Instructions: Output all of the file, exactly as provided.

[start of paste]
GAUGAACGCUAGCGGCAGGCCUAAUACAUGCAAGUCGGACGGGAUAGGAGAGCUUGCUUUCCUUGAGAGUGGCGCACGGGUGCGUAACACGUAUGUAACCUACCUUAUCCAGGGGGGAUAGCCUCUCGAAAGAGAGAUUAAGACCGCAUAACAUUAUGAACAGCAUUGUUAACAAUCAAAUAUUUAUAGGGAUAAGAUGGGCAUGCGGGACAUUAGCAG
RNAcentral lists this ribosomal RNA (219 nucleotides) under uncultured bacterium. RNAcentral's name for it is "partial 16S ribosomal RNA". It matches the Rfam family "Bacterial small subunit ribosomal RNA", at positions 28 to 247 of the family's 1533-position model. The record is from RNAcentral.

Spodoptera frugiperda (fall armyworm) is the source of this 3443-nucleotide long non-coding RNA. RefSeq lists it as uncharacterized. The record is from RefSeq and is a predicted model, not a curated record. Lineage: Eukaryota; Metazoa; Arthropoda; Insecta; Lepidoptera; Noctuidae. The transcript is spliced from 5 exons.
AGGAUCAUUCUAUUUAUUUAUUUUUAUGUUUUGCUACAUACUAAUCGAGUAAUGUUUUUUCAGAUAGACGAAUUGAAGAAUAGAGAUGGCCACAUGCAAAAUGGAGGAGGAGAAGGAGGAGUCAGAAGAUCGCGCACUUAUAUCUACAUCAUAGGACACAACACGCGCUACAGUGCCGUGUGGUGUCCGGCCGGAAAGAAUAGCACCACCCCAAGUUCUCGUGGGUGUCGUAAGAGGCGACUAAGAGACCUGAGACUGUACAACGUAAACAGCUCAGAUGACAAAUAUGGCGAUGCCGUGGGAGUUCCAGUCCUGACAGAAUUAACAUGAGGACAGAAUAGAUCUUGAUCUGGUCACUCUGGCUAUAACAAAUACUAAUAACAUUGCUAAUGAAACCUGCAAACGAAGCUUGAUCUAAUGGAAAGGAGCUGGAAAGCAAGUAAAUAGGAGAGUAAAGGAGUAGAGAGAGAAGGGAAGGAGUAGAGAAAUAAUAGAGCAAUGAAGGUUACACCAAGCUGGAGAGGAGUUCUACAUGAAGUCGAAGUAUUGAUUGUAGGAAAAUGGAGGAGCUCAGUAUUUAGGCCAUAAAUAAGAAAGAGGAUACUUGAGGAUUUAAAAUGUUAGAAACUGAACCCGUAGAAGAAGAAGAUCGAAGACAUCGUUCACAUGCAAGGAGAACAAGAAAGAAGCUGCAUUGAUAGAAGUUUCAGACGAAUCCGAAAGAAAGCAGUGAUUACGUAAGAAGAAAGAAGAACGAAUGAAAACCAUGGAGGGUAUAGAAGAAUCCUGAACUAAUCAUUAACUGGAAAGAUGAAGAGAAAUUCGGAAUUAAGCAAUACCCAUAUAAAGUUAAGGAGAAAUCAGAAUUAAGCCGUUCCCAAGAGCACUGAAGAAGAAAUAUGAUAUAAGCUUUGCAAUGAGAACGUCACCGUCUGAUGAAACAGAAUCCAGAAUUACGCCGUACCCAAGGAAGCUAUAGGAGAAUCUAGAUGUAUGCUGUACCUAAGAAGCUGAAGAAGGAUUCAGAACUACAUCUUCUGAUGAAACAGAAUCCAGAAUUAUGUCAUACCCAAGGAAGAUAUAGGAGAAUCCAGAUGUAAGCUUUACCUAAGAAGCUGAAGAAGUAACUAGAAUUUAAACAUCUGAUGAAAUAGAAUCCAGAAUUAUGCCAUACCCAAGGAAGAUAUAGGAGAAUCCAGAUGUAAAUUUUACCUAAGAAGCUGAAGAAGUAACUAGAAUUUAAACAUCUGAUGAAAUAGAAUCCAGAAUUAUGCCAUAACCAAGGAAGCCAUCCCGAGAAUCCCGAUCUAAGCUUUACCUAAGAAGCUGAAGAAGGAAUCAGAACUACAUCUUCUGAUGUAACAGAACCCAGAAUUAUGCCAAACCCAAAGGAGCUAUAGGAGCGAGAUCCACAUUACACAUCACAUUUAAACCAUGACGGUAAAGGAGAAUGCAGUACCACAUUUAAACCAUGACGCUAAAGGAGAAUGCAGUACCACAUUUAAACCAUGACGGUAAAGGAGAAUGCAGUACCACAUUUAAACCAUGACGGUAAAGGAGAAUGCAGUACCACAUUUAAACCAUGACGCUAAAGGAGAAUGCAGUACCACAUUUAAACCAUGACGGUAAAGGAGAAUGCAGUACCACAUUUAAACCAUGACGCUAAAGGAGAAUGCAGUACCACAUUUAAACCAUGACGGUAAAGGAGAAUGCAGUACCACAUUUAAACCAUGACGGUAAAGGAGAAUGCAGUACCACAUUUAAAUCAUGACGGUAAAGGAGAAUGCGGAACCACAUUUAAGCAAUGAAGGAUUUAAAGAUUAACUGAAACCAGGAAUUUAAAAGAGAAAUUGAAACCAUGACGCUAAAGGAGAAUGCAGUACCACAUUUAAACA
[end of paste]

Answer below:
GAUGAACGCUAGCGGCAGGCCUAAUACAUGCAAGUCGGACGGGAUAGGAGAGCUUGCUUUCCUUGAGAGUGGCGCACGGGUGCGUAACACGUAUGUAACCUACCUUAUCCAGGGGGGAUAGCCUCUCGAAAGAGAGAUUAAGACCGCAUAACAUUAUGAACAGCAUUGUUAACAAUCAAAUAUUUAUAGGGAUAAGAUGGGCAUGCGGGACAUUAGCAG
RNAcentral lists this ribosomal RNA (219 nucleotides) under uncultured bacterium. RNAcentral's name for it is "partial 16S ribosomal RNA". It matches the Rfam family "Bacterial small subunit ribosomal RNA", at positions 28 to 247 of the family's 1533-position model. The record is from RNAcentral.

Spodoptera frugiperda (fall armyworm) is the source of this 3443-nucleotide long non-coding RNA. RefSeq lists it as uncharacterized. The record is from RefSeq and is a predicted model, not a curated record. Lineage: Eukaryota; Metazoa; Arthropoda; Insecta; Lepidoptera; Noctuidae. The transcript is spliced from 5 exons.
AGGAUCAUUCUAUUUAUUUAUUUUUAUGUUUUGCUACAUACUAAUCGAGUAAUGUUUUUUCAGAUAGACGAAUUGAAGAAUAGAGAUGGCCACAUGCAAAAUGGAGGAGGAGAAGGAGGAGUCAGAAGAUCGCGCACUUAUAUCUACAUCAUAGGACACAACACGCGCUACAGUGCCGUGUGGUGUCCGGCCGGAAAGAAUAGCACCACCCCAAGUUCUCGUGGGUGUCGUAAGAGGCGACUAAGAGACCUGAGACUGUACAACGUAAACAGCUCAGAUGACAAAUAUGGCGAUGCCGUGGGAGUUCCAGUCCUGACAGAAUUAACAUGAGGACAGAAUAGAUCUUGAUCUGGUCACUCUGGCUAUAACAAAUACUAAUAACAUUGCUAAUGAAACCUGCAAACGAAGCUUGAUCUAAUGGAAAGGAGCUGGAAAGCAAGUAAAUAGGAGAGUAAAGGAGUAGAGAGAGAAGGGAAGGAGUAGAGAAAUAAUAGAGCAAUGAAGGUUACACCAAGCUGGAGAGGAGUUCUACAUGAAGUCGAAGUAUUGAUUGUAGGAAAAUGGAGGAGCUCAGUAUUUAGGCCAUAAAUAAGAAAGAGGAUACUUGAGGAUUUAAAAUGUUAGAAACUGAACCCGUAGAAGAAGAAGAUCGAAGACAUCGUUCACAUGCAAGGAGAACAAGAAAGAAGCUGCAUUGAUAGAAGUUUCAGACGAAUCCGAAAGAAAGCAGUGAUUACGUAAGAAGAAAGAAGAACGAAUGAAAACCAUGGAGGGUAUAGAAGAAUCCUGAACUAAUCAUUAACUGGAAAGAUGAAGAGAAAUUCGGAAUUAAGCAAUACCCAUAUAAAGUUAAGGAGAAAUCAGAAUUAAGCCGUUCCCAAGAGCACUGAAGAAGAAAUAUGAUAUAAGCUUUGCAAUGAGAACGUCACCGUCUGAUGAAACAGAAUCCAGAAUUACGCCGUACCCAAGGAAGCUAUAGGAGAAUCUAGAUGUAUGCUGUACCUAAGAAGCUGAAGAAGGAUUCAGAACUACAUCUUCUGAUGAAACAGAAUCCAGAAUUAUGUCAUACCCAAGGAAGAUAUAGGAGAAUCCAGAUGUAAGCUUUACCUAAGAAGCUGAAGAAGUAACUAGAAUUUAAACAUCUGAUGAAAUAGAAUCCAGAAUUAUGCCAUACCCAAGGAAGAUAUAGGAGAAUCCAGAUGUAAAUUUUACCUAAGAAGCUGAAGAAGUAACUAGAAUUUAAACAUCUGAUGAAAUAGAAUCCAGAAUUAUGCCAUAACCAAGGAAGCCAUCCCGAGAAUCCCGAUCUAAGCUUUACCUAAGAAGCUGAAGAAGGAAUCAGAACUACAUCUUCUGAUGUAACAGAACCCAGAAUUAUGCCAAACCCAAAGGAGCUAUAGGAGCGAGAUCCACAUUACACAUCACAUUUAAACCAUGACGGUAAAGGAGAAUGCAGUACCACAUUUAAACCAUGACGCUAAAGGAGAAUGCAGUACCACAUUUAAACCAUGACGGUAAAGGAGAAUGCAGUACCACAUUUAAACCAUGACGGUAAAGGAGAAUGCAGUACCACAUUUAAACCAUGACGCUAAAGGAGAAUGCAGUACCACAUUUAAACCAUGACGGUAAAGGAGAAUGCAGUACCACAUUUAAACCAUGACGCUAAAGGAGAAUGCAGUACCACAUUUAAACCAUGACGGUAAAGGAGAAUGCAGUACCACAUUUAAACCAUGACGGUAAAGGAGAAUGCAGUACCACAUUUAAAUCAUGACGGUAAAGGAGAAUGCGGAACCACAUUUAAGCAAUGAAGGAUUUAAAGAUUAACUGAAACCAGGAAUUUAAAAGAGAAAUUGAAACCAUGACGCUAAAGGAGAAUGCAGUACCACAUUUAAACA